chance of spousal homicide. With the lady of the house at the most risk.
      So do we have a Right, as here to for, being passably sane, reasonably responsible, adults. Yes. Does more guns make us safer? The answer is
      clearly, they do not.

      • option31

        Quoting your last sentence “Does more guns make us safer? The answer is
        clearly, they do not.”

        That would explain Chicago and Washington D.C. I guess?

        So why are places like Chicago and Wash D.C. killing fields? Clearly
        they have less guns ( if gun laws work – which they do if your purpose
        is to make honest people defenseless and easy prey) It is a hollow argument to say they are coming from other states and cities as these “other places” obviously have less restrictions and MORE guns and less murders per capita.

        To use a 1998 study to justify anything today is useless. The problem with all these studies is the people doing them have a outcome they are looking for and miraculously their study proves them right. Matters not which issue or side of the issue you are on.

        Current FBI crime stats show crime is down, over 72 million guns have been purchased in the last 5 years or so. Why is crime down? more guns. Criminals are cowards and like easy targets and armed person is not a easy target and unarmed one is.

        Criminals by their very nature are LAW BREAKERS so what good is another law? Do people think if you pile laws high enough the criminals will reform? Taking a citizens right to defend him/herself makes the criminals job easier, why would anybody but a criminal support that?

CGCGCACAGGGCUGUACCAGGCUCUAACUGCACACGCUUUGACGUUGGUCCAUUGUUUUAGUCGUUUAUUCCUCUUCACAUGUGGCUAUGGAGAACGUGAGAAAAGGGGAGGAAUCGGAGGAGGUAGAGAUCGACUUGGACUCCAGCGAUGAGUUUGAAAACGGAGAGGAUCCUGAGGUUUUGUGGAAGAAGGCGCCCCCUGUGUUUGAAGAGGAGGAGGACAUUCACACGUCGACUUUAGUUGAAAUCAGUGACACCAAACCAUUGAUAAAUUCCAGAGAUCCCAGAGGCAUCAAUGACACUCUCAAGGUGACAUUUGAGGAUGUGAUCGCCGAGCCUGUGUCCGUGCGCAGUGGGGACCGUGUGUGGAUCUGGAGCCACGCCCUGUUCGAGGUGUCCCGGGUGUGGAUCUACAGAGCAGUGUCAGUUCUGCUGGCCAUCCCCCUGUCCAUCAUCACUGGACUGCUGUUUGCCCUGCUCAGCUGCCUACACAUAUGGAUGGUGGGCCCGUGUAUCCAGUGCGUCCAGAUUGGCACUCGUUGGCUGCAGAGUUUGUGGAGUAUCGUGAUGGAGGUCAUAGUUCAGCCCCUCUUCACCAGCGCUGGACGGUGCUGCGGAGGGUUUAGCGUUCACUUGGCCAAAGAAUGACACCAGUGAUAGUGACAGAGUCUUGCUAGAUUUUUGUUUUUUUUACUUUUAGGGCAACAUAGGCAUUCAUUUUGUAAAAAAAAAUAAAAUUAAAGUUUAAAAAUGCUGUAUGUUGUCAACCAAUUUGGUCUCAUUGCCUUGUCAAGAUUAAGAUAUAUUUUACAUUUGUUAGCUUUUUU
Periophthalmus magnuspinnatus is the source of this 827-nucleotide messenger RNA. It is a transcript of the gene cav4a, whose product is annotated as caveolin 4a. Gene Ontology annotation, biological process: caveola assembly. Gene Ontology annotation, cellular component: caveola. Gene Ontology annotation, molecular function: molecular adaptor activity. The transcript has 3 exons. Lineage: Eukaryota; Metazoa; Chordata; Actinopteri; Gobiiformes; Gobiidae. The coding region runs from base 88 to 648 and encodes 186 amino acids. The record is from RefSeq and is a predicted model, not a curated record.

• ZenPop

          Have you ever crossed the “border” of the city you’re living in? Tough, right? What with all the border searches… dogs… fences… x-ray machines… wait. That’s right… they don’t have any of that stuff.

          What makes you think there are less guns in Chicago and DC? One can make a purchase a yard out of city limits and bring it right back… So I question your premise. If you truly believe more guns equal less crime: Canada, Great Britain, Japan and a lot of other countries would like a word with you.

        • charleo1

          Again, I’m not proscribing any measures that would violate the
          Rights of citizens of good standing, to own, and use personal

          weapons within the bounds of the law. Either as protection, or
          as firearms are used in keeping, and carrying forward traditions
          of long standing passed down, of harvesting natural game, and fowl,
          or competitions. It is not in these areas of gun possession where
          other Rights, of other law abiding citizens are being abridged.
          Such as the Right to go about pursuing one’s own goals, without
          the terror, and danger a weapon represents in the wrong hands.
          My comment was intended to point out the weapon, brought into
          the home for protection, brings harm, more often than it increases
          security. My point was, we have not done a very good job at all,
          of making sure the novice is made aware of gun safety. Or, that
          the criminal finds it harder to come by a weapon. And the penalties
          for the criminal element possessing a gun, are made much tougher.
          And, as is often pointed out, no law will, with 100% effectiveness,
          remove those millions of guns that are today in the wrong hands.
          But, it seems to me, this should not prevent us from doing those
          things, like uniform background checks for all gun sales. I’ve
          heard the concerns, that this may contain an unintended liability
          for registered owners. But, I cannot see where a reasonable law
          could be written, eliminating that possibility. The concerns of gun
          owners about their Constitutionally protected Rights, is understandable. But surely, concerned people of good faith, I
          believe represents the vast majority of these owners. Can find
          a better way to protect all in our society, from the unacceptable
          violence perpetrated by those individuals we all want to see disarmed.